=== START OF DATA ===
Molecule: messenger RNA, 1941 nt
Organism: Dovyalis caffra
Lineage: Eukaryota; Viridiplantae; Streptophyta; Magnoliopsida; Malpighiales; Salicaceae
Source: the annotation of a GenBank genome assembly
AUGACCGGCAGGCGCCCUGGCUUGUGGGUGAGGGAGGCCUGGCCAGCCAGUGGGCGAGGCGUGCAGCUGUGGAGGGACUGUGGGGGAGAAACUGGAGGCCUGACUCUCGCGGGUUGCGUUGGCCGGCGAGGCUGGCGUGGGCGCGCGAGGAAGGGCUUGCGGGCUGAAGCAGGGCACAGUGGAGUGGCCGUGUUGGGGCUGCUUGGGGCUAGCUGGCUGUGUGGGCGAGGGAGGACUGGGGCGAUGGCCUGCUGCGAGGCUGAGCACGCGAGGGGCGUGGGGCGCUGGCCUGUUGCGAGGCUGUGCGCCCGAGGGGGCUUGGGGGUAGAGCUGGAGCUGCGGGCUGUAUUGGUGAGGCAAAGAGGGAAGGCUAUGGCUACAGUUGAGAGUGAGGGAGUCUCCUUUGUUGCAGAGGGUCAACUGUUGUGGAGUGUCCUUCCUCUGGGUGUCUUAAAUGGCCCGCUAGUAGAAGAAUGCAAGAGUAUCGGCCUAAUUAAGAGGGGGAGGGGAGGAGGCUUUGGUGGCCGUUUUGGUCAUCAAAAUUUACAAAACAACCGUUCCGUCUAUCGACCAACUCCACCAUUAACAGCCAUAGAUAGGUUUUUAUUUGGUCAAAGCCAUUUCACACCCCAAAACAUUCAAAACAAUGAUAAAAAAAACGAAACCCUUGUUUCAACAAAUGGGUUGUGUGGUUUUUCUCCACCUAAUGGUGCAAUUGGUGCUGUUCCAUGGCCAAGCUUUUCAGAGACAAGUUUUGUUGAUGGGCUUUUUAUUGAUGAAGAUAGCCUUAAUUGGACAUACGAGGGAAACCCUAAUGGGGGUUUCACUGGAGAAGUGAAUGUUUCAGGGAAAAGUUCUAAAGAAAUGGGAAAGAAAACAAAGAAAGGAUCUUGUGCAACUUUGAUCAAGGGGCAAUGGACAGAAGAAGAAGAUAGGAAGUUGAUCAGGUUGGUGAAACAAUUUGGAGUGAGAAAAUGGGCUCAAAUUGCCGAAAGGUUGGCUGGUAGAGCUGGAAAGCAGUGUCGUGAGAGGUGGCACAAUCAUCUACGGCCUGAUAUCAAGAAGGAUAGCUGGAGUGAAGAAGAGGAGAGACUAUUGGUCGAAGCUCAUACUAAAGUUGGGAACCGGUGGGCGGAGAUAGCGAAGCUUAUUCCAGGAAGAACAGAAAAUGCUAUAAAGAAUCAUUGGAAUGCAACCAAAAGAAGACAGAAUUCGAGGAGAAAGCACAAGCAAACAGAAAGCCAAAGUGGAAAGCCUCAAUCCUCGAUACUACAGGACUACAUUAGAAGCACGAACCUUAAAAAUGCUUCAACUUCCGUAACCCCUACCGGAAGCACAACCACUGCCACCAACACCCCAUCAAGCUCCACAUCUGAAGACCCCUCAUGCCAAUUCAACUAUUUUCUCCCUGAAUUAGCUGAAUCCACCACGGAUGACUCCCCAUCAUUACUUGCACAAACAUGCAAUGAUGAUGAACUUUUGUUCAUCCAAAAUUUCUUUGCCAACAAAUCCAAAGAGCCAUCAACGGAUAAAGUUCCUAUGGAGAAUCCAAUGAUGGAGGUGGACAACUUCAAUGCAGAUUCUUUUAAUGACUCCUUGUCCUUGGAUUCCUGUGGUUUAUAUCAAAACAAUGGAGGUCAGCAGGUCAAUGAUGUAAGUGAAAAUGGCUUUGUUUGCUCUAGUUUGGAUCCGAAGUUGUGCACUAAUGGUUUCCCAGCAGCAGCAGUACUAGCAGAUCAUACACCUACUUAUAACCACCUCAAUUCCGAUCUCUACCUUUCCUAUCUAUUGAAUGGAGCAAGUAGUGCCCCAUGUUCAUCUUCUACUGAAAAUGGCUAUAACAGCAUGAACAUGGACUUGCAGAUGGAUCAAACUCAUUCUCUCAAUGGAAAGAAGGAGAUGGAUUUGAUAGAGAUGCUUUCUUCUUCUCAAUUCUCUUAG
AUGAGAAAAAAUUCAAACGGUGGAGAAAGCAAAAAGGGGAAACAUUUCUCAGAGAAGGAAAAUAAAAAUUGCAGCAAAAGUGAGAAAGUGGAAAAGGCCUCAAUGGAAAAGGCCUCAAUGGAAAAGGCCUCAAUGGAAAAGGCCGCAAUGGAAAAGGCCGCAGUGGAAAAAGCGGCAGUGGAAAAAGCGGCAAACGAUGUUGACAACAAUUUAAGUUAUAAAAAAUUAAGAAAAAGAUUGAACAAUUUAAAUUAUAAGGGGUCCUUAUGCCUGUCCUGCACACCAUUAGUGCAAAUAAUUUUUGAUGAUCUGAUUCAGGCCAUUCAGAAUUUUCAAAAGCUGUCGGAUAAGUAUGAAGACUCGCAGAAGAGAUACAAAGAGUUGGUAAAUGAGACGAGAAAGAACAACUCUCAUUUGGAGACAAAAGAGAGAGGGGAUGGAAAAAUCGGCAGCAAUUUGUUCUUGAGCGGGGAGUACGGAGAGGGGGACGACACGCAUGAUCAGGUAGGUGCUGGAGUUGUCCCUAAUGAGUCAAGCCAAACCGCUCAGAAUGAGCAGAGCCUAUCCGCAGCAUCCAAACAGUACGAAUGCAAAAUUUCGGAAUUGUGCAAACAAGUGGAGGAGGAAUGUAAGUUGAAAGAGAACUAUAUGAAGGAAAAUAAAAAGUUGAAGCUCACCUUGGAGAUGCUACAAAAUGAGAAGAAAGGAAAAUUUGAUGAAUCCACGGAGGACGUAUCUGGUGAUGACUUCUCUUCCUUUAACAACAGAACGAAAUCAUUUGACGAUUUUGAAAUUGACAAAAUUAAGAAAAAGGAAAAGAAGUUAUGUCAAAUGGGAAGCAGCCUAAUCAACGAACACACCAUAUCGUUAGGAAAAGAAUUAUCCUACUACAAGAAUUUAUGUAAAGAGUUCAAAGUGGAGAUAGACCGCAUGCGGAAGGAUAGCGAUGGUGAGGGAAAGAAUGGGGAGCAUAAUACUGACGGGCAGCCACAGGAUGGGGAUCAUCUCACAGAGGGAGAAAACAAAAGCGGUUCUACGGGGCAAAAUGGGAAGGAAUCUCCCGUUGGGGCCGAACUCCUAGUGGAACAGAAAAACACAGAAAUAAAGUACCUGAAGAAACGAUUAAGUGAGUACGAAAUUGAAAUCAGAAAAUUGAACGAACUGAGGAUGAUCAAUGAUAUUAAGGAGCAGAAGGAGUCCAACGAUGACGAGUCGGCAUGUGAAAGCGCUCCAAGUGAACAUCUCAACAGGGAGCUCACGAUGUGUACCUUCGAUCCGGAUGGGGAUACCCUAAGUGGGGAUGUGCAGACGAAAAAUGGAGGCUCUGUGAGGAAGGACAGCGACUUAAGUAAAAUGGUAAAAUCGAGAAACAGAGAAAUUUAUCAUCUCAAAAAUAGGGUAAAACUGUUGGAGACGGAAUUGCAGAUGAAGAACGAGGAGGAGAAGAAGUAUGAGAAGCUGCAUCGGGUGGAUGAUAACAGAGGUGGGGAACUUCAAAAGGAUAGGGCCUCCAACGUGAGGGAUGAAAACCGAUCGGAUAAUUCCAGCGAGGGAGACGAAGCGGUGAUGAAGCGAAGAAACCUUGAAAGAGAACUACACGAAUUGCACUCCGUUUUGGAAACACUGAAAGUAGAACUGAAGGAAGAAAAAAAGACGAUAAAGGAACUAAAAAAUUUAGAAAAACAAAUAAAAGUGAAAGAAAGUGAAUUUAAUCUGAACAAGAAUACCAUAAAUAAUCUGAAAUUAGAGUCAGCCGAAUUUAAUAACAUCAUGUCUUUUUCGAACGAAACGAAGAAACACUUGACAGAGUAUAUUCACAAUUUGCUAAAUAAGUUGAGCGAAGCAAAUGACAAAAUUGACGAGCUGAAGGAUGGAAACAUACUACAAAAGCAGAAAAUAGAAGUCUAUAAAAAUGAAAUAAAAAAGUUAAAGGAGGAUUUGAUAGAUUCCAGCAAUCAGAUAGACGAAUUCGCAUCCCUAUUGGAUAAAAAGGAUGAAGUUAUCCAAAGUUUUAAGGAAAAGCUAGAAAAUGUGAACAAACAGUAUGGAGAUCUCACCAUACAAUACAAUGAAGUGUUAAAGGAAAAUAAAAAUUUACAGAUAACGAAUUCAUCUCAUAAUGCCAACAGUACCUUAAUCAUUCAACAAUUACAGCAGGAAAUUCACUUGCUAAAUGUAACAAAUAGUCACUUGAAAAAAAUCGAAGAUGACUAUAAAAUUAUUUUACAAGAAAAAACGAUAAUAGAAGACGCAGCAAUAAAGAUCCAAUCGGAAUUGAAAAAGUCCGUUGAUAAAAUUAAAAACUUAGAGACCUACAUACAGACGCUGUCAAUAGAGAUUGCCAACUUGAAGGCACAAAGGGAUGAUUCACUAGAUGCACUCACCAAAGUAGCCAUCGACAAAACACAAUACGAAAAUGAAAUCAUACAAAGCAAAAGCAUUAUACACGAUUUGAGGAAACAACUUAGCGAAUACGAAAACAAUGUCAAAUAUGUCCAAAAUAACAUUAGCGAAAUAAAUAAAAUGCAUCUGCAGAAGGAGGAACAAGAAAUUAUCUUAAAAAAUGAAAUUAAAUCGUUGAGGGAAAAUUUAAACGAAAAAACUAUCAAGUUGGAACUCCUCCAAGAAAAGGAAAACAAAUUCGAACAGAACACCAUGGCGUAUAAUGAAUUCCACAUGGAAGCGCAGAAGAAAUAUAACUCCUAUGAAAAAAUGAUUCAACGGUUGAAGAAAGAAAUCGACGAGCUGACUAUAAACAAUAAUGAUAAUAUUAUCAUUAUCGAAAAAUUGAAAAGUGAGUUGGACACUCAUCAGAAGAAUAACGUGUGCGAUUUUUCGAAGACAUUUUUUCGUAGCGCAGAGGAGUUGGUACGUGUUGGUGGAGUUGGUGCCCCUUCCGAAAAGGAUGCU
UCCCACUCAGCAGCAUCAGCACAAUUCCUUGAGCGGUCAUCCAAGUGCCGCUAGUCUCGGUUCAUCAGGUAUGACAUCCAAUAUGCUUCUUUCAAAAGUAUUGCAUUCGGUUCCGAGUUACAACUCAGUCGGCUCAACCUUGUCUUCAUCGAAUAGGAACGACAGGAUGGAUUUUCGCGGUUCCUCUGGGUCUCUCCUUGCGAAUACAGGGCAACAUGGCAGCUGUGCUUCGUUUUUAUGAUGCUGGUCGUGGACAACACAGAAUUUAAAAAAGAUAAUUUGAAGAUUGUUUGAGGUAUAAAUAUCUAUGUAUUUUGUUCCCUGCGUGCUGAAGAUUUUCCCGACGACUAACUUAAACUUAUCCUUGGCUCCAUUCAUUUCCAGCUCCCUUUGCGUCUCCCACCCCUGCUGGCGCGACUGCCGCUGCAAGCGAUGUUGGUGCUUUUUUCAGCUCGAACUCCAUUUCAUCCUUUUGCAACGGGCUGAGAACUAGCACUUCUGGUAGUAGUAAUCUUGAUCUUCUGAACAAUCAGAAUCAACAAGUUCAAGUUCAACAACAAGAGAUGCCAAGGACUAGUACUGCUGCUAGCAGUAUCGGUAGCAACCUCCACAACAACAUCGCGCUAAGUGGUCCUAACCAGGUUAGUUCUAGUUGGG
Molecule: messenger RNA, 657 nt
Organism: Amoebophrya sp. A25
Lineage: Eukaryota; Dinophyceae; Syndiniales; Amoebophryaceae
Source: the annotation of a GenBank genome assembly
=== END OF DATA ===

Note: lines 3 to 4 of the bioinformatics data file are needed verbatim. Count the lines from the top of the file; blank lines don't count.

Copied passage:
Lineage: Eukaryota; Viridiplantae; Streptophyta; Magnoliopsida; Malpighiales; Salicaceae
Source: the annotation of a GenBank genome assembly